The ongoing shortage in the supply of semiconductors to the automotive industry means that parts shortages are arresting production for Ford and Volvo this week.

Ford is having to curtail assembly at its US plants in Dearborn and Kansas City, as well as at Oakville in Canada. The disruption affects production of the Ford F-150 pick-up truck, the carmaker’s best-selling vehicle in North America. It also means a cut in production of the Ford Edge and Lincoln Nautilus crossovers. 


Ford F-150 assembly at Kansas City

The crossover vehicle (CUV) segment in North America is suffering the most from the semiconductor shortage, with 48% of production affected as of June this year, according to industry analyst AutoForecast Solutions. Crossovers are defined as those SUVs that share a platform with a passenger car rather than a pickup truck. Meanwhile, around 16% of pick-up truck and large SUV production is also affected, which is hitting carmaker bottom lines quite hard as they are the highest profit vehicles.

In Europe, Volvo’s car plant in Torslanda, Sweden, has had to close this week and into the next one (August 30-September 7) because of a combination of global semiconductor shortages and new Covid-19 outbreaks.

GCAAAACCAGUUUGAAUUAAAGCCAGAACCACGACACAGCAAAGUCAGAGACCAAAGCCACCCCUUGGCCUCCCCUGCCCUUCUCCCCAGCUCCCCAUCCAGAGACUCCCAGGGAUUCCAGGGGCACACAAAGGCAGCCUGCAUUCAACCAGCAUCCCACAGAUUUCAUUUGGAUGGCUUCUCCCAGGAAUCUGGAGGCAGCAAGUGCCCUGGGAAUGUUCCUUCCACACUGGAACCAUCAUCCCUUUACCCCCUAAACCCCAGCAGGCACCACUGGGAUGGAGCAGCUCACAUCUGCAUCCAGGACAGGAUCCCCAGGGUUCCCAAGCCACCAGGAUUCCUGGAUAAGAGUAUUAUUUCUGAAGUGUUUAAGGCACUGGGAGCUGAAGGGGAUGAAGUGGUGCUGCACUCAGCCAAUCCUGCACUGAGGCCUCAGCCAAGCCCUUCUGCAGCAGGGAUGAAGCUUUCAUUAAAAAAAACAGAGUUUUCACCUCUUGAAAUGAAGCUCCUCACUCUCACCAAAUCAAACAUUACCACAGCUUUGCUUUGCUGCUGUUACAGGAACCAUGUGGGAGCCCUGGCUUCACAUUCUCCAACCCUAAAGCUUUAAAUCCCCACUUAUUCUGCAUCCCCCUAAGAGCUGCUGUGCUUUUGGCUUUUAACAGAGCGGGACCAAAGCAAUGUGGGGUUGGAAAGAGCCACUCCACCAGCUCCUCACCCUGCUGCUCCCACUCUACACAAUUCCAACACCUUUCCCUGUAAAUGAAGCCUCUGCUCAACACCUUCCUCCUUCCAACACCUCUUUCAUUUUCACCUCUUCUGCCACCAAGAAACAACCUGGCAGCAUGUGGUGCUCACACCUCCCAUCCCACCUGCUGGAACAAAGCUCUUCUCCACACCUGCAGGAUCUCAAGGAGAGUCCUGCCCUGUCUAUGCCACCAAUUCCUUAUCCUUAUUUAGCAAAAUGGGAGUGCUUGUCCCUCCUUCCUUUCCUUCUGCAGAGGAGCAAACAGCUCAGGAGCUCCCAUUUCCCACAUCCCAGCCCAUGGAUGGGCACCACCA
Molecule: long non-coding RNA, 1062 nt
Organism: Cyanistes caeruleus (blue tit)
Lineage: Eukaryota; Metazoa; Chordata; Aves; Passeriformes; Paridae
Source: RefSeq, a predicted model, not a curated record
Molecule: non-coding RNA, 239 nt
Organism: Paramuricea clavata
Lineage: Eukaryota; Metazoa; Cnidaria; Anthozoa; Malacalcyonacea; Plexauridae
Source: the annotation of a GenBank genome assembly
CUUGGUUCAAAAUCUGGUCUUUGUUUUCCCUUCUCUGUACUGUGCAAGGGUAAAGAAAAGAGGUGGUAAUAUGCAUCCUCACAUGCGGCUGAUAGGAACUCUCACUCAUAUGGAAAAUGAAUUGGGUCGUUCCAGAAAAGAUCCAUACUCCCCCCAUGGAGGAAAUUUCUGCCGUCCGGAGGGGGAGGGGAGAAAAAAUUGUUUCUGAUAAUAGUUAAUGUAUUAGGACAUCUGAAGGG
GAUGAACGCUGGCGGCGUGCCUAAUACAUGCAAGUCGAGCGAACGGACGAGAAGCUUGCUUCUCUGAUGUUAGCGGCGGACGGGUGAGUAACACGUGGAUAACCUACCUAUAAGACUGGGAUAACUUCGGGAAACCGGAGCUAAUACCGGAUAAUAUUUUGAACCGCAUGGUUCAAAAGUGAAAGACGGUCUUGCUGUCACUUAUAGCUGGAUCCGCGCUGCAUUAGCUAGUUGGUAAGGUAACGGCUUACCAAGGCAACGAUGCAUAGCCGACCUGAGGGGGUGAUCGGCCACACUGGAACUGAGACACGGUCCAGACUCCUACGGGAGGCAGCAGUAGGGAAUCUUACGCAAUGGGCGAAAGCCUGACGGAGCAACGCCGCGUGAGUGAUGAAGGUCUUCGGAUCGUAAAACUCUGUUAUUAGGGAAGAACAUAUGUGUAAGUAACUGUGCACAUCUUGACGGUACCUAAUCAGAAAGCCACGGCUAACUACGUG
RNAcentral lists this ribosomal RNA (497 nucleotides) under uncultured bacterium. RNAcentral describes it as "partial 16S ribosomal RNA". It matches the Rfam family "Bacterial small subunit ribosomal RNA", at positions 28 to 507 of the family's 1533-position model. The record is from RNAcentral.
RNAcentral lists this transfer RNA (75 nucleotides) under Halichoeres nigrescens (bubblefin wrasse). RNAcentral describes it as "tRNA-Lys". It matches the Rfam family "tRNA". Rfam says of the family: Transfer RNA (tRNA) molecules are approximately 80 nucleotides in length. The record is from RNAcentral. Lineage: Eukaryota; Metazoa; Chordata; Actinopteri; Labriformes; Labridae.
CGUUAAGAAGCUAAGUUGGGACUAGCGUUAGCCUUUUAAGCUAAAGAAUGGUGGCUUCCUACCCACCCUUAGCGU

Volvo Cars reported global sales just short of 57,000 in July, down almost 9% on the same month last year because of the global shortage in semiconductors combined with a strong July in 2020 as dealers reopened after the first wave of the Covid pandemic.

Volkswagen has said that it expects a challenging third quarter because of supply bottlenecks caused by the semiconductor shortage, though it said it expected to increase deliveries for 2021.

Last week Toyota said it was scaling back production globally by 40% as a consequence of parts shortages caused by the spread of Covid-19 in South-East Asia, compounded by ongoing semiconductor shortages.